Within Samatar’s ‘Account’, an ‘Account of the Land of Witches’ by the slave Arta prompts the ensuing ‘Refutation of the Account of Witches’ by Arta’s master, which incites ‘A Refutation of the Refutation of the Account of the Land of Witches’ by Sagal, a scholar trapped by bombings in her home country, and so on in a total of five accounts nesting each inside the other like those fabulous matryoshka dolls which make so lovable a metaphor. Samatar varies the vocabularies, styles, and prejudices of her narrators so deftly that they truly are different people living inside and beside her, their worlds as complete as those of novels even though the story is very short. It’s not until Sagal’s ‘Refutation’ that the Land of Witches begins to seem unreal, even though she is refuting the man who refuted Arta’s first-person account. Sagal’s ‘Refutation’ is so fearful, fragmented, frustrated—she must flee her war-torn country but can’t so much as leave her house—that I wonder whether the ensuing section, in which a band of travelers seeks the Land of Witches using Sagal’s writings as a guide, is but a fantasy of Sagal’s, so desperate is she (like Arta) for escape. That said, Arta’s account is so rich in detail, in immediacy, grounded in its own almost Borgesian metaphysics, that you cannot not imagine yourself right there beside her.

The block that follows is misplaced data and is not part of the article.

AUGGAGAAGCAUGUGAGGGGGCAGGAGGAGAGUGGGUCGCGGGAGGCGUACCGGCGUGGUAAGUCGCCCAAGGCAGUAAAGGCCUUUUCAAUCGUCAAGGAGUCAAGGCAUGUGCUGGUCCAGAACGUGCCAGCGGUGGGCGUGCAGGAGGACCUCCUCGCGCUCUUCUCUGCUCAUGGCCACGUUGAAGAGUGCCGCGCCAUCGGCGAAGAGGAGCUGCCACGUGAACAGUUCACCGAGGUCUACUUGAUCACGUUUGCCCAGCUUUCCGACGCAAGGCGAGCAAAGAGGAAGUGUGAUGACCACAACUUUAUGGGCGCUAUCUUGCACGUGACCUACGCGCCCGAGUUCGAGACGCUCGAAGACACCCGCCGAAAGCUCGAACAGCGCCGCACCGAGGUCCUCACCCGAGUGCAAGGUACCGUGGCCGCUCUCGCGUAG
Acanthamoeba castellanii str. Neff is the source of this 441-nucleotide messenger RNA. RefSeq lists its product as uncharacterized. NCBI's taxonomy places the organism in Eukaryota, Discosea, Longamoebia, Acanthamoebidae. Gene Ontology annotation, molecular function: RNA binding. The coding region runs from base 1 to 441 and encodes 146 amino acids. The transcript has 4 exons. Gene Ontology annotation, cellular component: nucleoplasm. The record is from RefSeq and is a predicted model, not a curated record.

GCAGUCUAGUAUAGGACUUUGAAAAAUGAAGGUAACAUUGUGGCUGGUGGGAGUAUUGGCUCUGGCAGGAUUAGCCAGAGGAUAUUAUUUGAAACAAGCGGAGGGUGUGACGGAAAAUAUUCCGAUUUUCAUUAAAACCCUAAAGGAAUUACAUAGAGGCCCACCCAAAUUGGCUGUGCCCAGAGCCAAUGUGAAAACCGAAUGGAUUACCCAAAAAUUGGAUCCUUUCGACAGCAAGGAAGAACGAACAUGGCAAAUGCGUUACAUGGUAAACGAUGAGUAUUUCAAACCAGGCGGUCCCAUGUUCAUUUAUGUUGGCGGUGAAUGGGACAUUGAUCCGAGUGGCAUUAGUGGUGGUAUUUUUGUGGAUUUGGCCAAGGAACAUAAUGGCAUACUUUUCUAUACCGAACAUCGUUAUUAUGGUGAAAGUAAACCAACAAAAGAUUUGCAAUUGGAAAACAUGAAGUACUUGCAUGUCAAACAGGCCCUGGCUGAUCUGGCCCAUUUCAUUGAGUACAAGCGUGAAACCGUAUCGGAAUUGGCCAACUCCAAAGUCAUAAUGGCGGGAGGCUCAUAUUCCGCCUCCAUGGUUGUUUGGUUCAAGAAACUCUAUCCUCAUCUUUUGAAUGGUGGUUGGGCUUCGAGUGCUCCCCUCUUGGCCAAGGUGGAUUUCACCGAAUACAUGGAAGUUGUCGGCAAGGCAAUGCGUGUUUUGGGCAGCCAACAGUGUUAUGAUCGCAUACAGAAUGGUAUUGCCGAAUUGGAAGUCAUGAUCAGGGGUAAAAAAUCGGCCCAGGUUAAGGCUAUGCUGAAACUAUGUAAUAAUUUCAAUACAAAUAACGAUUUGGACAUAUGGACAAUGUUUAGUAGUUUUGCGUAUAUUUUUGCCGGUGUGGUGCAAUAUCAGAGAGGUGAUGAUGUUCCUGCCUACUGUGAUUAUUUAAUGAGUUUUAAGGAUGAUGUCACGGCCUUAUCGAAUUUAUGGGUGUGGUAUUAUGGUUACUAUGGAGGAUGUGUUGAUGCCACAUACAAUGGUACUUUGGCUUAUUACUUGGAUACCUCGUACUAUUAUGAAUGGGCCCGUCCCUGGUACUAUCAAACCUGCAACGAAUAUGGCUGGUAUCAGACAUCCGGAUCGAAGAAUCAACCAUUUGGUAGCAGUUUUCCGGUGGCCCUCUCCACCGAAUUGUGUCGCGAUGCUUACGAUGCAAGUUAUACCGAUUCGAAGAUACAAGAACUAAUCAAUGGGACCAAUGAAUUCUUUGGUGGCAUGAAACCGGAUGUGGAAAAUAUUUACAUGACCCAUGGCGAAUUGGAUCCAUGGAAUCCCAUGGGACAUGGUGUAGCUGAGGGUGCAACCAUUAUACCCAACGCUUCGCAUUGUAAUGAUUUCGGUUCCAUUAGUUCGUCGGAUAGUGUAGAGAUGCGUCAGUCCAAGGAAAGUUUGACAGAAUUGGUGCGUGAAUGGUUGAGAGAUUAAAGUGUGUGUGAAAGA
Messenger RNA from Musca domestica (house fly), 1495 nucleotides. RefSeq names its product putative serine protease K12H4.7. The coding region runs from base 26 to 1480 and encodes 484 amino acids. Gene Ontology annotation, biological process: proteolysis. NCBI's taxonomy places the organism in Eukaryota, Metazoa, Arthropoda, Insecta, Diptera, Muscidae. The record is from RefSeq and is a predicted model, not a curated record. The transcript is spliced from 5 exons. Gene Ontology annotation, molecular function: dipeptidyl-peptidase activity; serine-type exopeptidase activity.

In the Land of Witches: “The smallest child can roll time into a ball and chase it down the stairs or fashion it into elaborate paper chains. In the pastry shops, they drizzle time over the cakes.”
First published in The Offing, 2017 and available to read here; collected in Tender, Small Beer, 2017